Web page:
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Posted 30 June 2013 - 02:53 PM

I have that part correct, friction should work correctly at relatively high tangential (?) velocities.

 

However, the problem is, that at low velocities the fricition froce will be too high which causes it to reverse the direction of the tangential velocity which causes jitter, and at high velocities, more serious unstability.

 

As i understand it i need to find the force that would reverse the direction of the velocity and clamp the friction impulse to that (so if the impulse is too high, itll just zero out the relative tangential velocity instead of reversing its direction)

 

I just need some guidance as to how to find that maximum impulse, preferrably something that also works in multiple body systems (some kind of iterative solver thingie?)

 

I will attempt to find the maximum impulse for a single contact (ignoring multiple simultaneous contacts)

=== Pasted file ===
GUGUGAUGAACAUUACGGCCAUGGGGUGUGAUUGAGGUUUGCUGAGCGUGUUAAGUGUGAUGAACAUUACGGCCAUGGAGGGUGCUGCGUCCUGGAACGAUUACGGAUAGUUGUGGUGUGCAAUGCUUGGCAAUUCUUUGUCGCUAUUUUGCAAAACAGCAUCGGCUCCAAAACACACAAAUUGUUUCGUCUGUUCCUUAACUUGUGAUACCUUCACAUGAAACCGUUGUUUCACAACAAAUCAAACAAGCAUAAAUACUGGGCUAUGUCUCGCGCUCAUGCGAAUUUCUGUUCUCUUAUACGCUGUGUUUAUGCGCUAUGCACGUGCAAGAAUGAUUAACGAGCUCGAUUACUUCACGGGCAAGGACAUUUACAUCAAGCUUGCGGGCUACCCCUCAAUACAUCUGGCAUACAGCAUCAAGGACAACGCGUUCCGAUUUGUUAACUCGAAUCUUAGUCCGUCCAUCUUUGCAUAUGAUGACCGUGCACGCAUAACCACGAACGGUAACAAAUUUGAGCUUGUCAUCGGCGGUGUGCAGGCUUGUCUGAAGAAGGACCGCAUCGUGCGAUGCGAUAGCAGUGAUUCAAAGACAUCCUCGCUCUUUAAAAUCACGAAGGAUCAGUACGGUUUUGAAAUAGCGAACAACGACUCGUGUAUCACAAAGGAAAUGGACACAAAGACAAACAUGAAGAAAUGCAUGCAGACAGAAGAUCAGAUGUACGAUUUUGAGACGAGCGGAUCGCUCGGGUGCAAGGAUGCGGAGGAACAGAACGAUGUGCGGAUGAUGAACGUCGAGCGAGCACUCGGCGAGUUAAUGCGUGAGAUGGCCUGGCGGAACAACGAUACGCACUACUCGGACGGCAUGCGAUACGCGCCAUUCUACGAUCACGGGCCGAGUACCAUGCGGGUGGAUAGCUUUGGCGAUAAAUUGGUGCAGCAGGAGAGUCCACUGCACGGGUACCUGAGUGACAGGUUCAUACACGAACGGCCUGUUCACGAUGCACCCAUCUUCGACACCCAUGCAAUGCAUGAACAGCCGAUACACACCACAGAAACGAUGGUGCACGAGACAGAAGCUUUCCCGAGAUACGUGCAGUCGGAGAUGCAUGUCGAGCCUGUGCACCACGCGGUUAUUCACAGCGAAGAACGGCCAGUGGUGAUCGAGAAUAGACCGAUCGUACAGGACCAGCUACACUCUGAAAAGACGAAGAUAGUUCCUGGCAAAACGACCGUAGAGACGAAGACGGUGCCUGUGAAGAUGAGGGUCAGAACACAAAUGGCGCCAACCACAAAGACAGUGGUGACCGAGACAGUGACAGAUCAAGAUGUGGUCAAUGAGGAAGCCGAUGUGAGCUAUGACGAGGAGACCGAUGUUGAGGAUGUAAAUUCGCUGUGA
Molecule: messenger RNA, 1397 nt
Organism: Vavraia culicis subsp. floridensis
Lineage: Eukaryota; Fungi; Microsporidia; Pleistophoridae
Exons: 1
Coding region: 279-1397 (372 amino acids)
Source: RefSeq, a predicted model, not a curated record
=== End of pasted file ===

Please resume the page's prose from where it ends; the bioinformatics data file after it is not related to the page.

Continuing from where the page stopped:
Waterlimon (imagine this is handwritten please)


#10 Khatharr   Crossbones+   -  Reputation: 2771

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Posted 30 June 2013 - 11:39 PM

The second post here may help:

http://www.gamedev.net/topic/465248-calculating-impulse-due-to-rigid-body-collision-with-friction/

Edited by Khatharr, 30 June 2013 - 11:40 PM.

void hurrrrrrrr() {__asm sub [ebp+4],5;}

There are ten kinds of people in this world: those who understand binary and those who don't.